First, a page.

I’m usually not a crier, but something struck me in that moment. That I’m a sixth generation New Yorker. That my family’s humble beginnings had been preserved so beautifully. And that every day Tenement Museum tour guides like Rebecca are telling complete strangers from all parts of the world the story of how the Moore family survived an Irish potato famine in Ireland, a hellish five-week trip in the hulls of a slave ship, treacherous and sometimes deadly working and living conditions, and evolved into the family I belong to today.

I still can’t quite say pride is the right word for what I feel towards my ancestry, whether it’s the Italian, Irish, or Portuguese pieces of me. But I certainly have a new appreciation for all the work and sacrifice and hardship that led up to my own existence. And for that, I should strive to make my ancestors proud of me.

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Petry Media Corporation, where I started my career back in 2005, officially shut its doors earlier this month. This is my version of a eulogy for the defunct company which, for better or worse, gave me my start in the media business.

“Do you play softball?”

I was asked this question while sitting in a decade-old, coffee-stained desk chair, waiting to be interviewed for a position at Petry Media Corporation. My potential new boss, Judy, was finishing up some paperwork and had me wait outside her cube for a few minutes. While I sat there, my would-be coworker, a guy named Ross, had ostensibly decided to conduct his own pre-interview.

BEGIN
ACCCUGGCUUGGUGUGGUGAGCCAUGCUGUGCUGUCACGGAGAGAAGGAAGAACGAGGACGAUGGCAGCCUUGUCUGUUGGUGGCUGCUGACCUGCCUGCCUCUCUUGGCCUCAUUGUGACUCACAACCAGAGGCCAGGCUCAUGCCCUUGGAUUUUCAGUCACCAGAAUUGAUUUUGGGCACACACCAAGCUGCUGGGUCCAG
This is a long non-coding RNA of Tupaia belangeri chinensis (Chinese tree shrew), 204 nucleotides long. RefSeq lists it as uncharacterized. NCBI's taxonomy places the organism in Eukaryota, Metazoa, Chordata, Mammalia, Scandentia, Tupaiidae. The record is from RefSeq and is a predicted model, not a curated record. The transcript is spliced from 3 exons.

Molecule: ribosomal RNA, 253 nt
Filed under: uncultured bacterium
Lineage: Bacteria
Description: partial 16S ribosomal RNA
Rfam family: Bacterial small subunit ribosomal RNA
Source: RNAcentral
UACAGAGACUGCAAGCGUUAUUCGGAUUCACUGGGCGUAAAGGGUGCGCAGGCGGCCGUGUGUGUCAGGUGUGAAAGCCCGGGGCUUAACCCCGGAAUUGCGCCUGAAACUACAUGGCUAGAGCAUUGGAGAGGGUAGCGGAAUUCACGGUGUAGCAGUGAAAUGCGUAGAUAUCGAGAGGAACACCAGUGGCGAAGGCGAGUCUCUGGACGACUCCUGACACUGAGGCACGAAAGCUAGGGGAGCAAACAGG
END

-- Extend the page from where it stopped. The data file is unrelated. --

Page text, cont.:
Ross was my age and played for the company softball team. Petry didn’t have many employee perks, but softball, if you were good enough to make the team, was one of them.

Whether he was intending to or not, Ross put me at ease for my actual interview with Judy. By the time I finished a short while later, I was reasonably confident that I had the job. A couple of days later Judy called to formally make me an offer, which I accepted.* For a cool $26,700, I would be a research analyst at Petry Media. More importantly, I had my first real job in New York City.

*Earlier that week I had accepted the a research analyst position with one of Petry’s competitors. Before I could officially accept Judy’s offer, I had to renege on my acceptance at the other company. It was a pretty awkward call and my almost-new boss was pretty pissed—this was Friday and he had been expecting me to start the following Monday. You might be thinking that what I did was unethical, but the other company was offering an even lower starting salary, $22,000, so I didn’t really feel too bad about walking away.

What I didn’t fully understand when I accepted the offer, but would slowly piece together later, was how the Petry actually made its money.

Petry was a “rep firm” for local TV stations across the country. If you own the local NBC station (a.k.a. “affiliate”) in a relatively small market like Green Bay or St. Louis, you might not be able to afford to hire your own sales people to sell TV commercials on your station. Instead, you contracted a company like Petry, whose sales team would sell your station’s air time—and collect a percentage of the ad revenue they bring in.